Unsealed Brief In Google Trademark Case Shows Little Cause For Confidentiality

When Rosetta Stone appealed the dismissal of its lawsuit against Google for allegedly infringing trademark on AdWords, the language learning company filed a good portion of the brief under seal, which included material that both companies wanted to keep confidential.

Advocacy group Public Citizen protested, arguing that this closely watched case -- which could determine whether Google can allow companies to use trademarks to trigger search ads -- shouldn't be litigated in secrecy.

The parties then agreed to unseal Rosetta Stone's brief, which happened yesterday. Google's brief, however, still contains some redactions, but Public Citizen (which represents MediaPost in an unrelated matter) has vowed to intervene in the case if the companies don't agree to unseal this brief as well.



This much is clear: Now that a complete version of Rosetta Stone's brief is available, the case for confidentiality appears more questionable than ever.

Consider some of the formerly redacted passages:

  • "The Rosetta Stone marks have achieved high levels of recognition among the public."

  • "Google selects the sponsored links displayed on its search-results pages based on the amount the customer bids on the keyword and on what Google describes as the sponsored link's relevance to the user's search query."

  • "Before June 2004, Google did not permit its customers to buy or use third-party trademarks as keywords or in sponsored links if the trademark owner objected."

    Of course, not all of the redacted passages consisted of common knowledge. But the other material, while interesting, and potentially embarrassing to Google, should hardly have been deemed top-secret. One of the biggest revelations in the unsealed brief concerns the company's 2009 decision to start allowing trademarks in the ad copy itself.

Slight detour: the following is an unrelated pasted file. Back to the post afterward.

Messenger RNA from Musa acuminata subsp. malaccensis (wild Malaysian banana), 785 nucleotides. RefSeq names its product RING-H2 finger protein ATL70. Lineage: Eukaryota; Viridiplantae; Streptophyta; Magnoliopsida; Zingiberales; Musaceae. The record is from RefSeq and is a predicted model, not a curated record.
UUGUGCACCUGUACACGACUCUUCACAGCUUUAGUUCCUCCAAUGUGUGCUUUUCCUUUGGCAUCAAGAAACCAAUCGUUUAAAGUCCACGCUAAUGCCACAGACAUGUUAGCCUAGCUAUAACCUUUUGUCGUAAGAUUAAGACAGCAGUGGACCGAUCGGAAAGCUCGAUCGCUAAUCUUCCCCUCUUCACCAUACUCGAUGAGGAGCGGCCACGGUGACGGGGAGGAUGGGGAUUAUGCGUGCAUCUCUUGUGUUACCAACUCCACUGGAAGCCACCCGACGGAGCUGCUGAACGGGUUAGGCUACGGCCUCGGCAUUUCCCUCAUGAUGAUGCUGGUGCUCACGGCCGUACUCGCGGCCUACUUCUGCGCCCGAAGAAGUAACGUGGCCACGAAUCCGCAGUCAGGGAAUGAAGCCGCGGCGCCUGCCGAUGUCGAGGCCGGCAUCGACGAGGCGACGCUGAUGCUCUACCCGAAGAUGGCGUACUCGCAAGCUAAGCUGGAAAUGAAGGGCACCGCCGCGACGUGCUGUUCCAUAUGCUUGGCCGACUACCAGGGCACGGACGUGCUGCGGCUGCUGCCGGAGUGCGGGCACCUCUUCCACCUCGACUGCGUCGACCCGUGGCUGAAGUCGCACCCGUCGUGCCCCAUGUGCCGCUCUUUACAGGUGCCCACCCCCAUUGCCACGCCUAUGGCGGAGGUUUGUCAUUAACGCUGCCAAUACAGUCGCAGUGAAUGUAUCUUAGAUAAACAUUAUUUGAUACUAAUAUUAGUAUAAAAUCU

Google's pre-2009 research showed the potential for consumer confusion when trademarks were used in the ad copy, but also showed that such ads were more likely to garner clicks, according to the brief.

    Harvard's Ben Edelman, who often criticizes Google, takes these details to mean that Google's policies are "confusing to consumers."

    But the situation seems far from clear-cut given that the studies dealt with trademarks in ads in a variety of contexts, and Google only allows trademarks in ad copy in limited circumstances -- including when the term is used in a generic way, or by a reseller. In those instances, it's not at all clear that consumers are confused by the use of a trademark in an ad.

    Regardless of Google's pre-2009 studies, a trial judge cleared the company of infringing Rosetta Stone's trademark will AdWords. Of course, an appellate court will have the last word, given Rosetta Stone's appeal. But it's absurd to think that this issue -- which could affect every search marketer and trademark holder -- could be decided based on briefs filled with supposedly secret information.

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